public void execute_invalidCommandFormat_throwsParseException() {
    assertParseException(invalidCommand, MESSAGE_UNKNOWN_COMMAND);


Exercise: Write unit and integration tests for the same method.

  • Write a unit test for a high-level method somewhere in the code base (or a new method you wrote).

  • Write an integration test for the same method.

12. Write System Tests [LO-SystemTesting]

Note how tests below src/test/java/systemtests package (e.g AddCommandSystemTest.java) are system tests because they test the entire system end-to-end.


Exercise: Write more system tests

  • Write system tests for the new features you add.

13. Automate GUI Testing [LO-AutomateGuiTesting]

Note how this project uses TextFX library to automate GUI testing, including headless GUI testing.

Exercise: Write more automated GUI tests

  • Covered by [LO-SystemTesting]

14. Apply Design Patterns [LO-DesignPatterns]

Here are some example design patterns used in the code base.

  • Singleton Pattern : EventsCenter.java is Singleton class. Its single instance can be accessed using the EventsCenter.getInstance() method.

  • Facade Pattern : StorageManager.java is not only shielding the internals of the Storage component from outsiders, it is mostly redirecting method calls to its internal components (i.e. minimal logic in the class itself). Therefore, StorageManager can be considered a Facade class.

  • Command Pattern : The Command.java and its sub classes implement the Command Pattern.

  • Observer Pattern: The code base uses JavaFX’s ObservableValue interface to allow objects to watch for changes in data. This interface is an implementation of the Observer pattern. Objects that are interested in changes to an ObservableValue can register a listener via ObservableValue#addListener(…​). When the value represented by the ObservableValue changes, it will notify all registered listeners.

  • MVC Pattern :

    • The 'View' part of the application is mostly in the .fxml files in the src/main/resources/view folder.

    • Model component contains the 'Model'. However, note that it is possible to view the Logic as the model because it hides the Model behind it and the view has to go through the Logic to access the Model.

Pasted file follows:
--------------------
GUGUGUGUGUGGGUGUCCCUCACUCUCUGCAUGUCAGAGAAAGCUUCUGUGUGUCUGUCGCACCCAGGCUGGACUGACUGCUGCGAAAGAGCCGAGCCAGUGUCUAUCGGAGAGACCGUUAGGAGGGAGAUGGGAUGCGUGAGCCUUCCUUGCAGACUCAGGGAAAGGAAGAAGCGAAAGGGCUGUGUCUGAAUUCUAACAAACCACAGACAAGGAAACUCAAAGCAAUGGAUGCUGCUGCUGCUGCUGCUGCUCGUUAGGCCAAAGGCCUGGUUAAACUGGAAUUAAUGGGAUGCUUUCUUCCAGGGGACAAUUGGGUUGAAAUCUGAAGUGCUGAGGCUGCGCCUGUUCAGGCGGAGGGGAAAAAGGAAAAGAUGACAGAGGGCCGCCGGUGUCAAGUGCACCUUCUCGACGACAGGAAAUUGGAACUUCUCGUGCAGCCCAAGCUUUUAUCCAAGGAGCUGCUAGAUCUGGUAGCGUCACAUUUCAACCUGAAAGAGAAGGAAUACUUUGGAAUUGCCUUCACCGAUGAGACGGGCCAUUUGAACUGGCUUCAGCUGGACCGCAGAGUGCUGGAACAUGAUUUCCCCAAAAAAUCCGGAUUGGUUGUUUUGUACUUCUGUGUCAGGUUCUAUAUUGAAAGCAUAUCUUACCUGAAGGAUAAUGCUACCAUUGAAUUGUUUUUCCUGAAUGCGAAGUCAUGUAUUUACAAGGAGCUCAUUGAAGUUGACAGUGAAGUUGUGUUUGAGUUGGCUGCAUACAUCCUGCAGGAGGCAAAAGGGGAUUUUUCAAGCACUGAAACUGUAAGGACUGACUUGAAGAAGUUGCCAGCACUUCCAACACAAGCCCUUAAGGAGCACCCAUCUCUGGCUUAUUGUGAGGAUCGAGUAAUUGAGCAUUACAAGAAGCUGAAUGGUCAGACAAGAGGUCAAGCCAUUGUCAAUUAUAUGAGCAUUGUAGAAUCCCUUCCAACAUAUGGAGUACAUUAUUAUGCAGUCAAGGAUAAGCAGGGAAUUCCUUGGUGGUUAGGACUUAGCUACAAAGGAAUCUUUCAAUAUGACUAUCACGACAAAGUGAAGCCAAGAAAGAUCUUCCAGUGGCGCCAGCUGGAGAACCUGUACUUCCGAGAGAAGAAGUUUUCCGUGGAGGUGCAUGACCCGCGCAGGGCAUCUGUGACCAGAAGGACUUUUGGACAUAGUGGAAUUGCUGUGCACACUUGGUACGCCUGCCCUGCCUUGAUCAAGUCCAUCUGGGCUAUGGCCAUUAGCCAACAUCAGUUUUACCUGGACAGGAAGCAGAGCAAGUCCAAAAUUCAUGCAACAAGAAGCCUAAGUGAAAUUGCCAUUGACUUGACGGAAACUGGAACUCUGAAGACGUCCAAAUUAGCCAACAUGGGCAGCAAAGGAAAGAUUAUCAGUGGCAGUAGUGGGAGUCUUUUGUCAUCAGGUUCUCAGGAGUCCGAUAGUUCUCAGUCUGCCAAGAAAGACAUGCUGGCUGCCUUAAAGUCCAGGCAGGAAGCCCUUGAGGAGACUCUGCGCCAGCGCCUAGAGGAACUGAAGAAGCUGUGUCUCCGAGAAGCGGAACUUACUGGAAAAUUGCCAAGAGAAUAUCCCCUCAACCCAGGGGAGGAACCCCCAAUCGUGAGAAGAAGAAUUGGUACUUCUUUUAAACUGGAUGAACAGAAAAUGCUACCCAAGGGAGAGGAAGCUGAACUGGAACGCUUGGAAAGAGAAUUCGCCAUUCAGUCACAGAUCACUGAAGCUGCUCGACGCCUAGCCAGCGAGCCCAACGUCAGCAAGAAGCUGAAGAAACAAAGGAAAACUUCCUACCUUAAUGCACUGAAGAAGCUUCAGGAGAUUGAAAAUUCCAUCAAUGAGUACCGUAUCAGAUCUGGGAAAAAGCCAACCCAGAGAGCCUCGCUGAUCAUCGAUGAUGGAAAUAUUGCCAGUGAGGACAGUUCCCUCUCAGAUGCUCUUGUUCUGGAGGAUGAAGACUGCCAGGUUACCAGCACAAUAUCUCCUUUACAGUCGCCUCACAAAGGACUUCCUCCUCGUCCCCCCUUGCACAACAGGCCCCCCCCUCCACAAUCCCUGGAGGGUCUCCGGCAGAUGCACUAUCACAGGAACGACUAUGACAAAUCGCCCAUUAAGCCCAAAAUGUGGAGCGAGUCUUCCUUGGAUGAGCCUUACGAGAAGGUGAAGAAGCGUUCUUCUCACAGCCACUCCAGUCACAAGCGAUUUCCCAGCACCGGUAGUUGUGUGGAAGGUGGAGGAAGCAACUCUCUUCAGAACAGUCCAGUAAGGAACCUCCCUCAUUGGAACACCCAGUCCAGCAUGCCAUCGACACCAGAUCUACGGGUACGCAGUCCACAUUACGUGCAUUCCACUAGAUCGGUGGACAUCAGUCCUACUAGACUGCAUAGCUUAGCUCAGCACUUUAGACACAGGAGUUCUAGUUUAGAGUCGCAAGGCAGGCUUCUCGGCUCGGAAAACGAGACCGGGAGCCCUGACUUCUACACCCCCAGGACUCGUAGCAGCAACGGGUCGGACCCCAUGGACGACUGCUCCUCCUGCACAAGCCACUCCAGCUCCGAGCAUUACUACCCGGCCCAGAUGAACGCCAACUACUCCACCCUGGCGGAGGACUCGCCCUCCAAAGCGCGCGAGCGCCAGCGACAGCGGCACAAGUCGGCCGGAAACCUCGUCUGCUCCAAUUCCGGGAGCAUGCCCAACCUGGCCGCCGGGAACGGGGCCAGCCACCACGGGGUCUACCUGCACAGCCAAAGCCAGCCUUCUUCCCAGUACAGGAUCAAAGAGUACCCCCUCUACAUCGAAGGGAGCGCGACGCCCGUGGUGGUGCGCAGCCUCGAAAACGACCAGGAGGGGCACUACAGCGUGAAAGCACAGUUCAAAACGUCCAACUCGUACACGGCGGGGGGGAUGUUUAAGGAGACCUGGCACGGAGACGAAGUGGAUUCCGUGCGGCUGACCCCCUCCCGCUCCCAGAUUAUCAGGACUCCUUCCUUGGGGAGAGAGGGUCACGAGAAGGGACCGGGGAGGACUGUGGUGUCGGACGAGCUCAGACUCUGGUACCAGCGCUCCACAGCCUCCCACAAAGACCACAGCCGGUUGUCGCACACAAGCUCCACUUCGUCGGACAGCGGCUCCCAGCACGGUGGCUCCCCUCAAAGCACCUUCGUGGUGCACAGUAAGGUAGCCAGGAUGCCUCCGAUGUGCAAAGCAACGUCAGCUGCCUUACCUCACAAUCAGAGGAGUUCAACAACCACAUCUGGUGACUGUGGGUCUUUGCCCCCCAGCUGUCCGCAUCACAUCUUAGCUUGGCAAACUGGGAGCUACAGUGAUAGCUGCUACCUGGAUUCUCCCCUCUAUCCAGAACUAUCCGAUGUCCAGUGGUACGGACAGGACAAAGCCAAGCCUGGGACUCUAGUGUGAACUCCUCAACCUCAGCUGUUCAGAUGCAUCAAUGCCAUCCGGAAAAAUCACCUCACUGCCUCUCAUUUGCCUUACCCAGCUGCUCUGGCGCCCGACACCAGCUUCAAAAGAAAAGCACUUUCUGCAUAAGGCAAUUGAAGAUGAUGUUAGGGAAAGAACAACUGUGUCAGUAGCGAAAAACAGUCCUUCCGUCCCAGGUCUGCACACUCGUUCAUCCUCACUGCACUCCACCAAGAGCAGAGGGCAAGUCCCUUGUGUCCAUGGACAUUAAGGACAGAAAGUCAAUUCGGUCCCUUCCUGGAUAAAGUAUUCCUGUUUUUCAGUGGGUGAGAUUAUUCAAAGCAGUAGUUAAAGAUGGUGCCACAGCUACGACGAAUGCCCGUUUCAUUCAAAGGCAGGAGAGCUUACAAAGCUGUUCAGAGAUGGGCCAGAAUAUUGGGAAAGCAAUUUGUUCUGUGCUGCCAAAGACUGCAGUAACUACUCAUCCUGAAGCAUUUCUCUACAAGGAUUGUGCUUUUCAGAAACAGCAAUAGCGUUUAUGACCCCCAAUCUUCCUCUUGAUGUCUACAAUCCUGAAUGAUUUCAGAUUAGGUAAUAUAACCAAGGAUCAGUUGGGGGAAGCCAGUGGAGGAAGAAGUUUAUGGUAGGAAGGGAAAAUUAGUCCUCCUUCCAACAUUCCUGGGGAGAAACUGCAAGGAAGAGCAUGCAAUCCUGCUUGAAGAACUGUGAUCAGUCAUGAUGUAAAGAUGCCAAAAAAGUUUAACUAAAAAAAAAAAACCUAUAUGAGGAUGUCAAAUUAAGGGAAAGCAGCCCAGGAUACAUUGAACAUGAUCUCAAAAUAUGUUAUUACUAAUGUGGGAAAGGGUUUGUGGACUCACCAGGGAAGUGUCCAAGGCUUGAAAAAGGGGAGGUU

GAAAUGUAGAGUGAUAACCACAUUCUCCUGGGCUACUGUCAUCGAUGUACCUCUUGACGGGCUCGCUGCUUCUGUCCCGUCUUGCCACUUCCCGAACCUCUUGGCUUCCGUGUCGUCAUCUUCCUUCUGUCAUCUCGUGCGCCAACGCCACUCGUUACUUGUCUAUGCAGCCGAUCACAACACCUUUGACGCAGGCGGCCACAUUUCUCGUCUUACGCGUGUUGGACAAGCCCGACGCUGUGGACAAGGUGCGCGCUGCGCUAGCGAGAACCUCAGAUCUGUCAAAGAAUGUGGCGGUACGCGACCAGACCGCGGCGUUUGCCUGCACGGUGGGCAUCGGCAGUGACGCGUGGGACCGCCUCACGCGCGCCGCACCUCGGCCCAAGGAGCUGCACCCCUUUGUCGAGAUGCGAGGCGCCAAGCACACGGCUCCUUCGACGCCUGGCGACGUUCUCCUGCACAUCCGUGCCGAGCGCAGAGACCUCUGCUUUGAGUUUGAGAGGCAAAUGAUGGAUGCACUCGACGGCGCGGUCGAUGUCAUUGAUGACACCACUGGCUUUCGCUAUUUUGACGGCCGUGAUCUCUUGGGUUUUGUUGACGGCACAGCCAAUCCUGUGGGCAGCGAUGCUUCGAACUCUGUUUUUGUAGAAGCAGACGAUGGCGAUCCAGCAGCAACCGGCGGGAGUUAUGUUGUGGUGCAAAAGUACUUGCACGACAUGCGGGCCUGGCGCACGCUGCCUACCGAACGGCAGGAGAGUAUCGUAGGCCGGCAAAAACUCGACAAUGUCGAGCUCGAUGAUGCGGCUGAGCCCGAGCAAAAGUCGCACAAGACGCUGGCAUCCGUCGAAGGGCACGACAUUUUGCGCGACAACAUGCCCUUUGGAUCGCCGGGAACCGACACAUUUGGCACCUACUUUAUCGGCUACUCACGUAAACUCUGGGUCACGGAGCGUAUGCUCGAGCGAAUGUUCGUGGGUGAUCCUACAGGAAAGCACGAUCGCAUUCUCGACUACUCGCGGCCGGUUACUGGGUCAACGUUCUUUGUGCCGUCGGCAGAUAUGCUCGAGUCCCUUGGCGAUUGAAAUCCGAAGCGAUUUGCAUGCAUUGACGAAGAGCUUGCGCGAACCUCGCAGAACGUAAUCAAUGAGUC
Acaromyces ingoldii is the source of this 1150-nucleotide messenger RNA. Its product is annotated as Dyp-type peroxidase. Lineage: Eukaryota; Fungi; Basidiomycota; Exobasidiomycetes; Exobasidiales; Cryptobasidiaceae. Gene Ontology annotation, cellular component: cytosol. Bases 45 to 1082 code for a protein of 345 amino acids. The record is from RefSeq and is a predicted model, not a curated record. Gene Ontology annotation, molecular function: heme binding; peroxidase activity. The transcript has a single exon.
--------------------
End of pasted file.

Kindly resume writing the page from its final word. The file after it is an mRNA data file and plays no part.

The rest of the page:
• Sub classes of UiPart (e.g. PersonListPanel ) act as 'Controllers', each controlling some part of the UI and communicating with the 'Model' (via the Logic component which sits between the 'Controller' and the 'Model').

  • Abstraction Occurrence Pattern : Not currently used in the app.


Exercise: Discover other possible applications of the patterns

  • Find other possible applications of the patterns to improve the current design. e.g. where else in the design can you apply the Singleton pattern?

  • Discuss pros and cons of applying the pattern in each of the situations you found in the previous step.

Exercise: Find more applicable patterns

  • Learn other Gang of Four Design patterns to see if they are applicable to the app.

15. Use Static Analysis [LO-StaticAnalysis]

Note how this project uses the CheckStyle static analysis tool to confirm compliance with the coding standard.


Exercise: Use CheckStyle locally to check style compliance

  • Install the CheckStyle plugin for your IDE and use it to check compliance of your code with our style rules (given in /config/checkstyle/checkstyle.xml).

16. Do Code Reviews [LO-CodeReview]

  • Note how some PRs in this project have been reviewed by other developers. Here is an example.

  • Also note how we have used Codacy to do automate some part of the code review workload (Codacy Badge)

Exercise: Review a PR

  • Review PRs created by team members.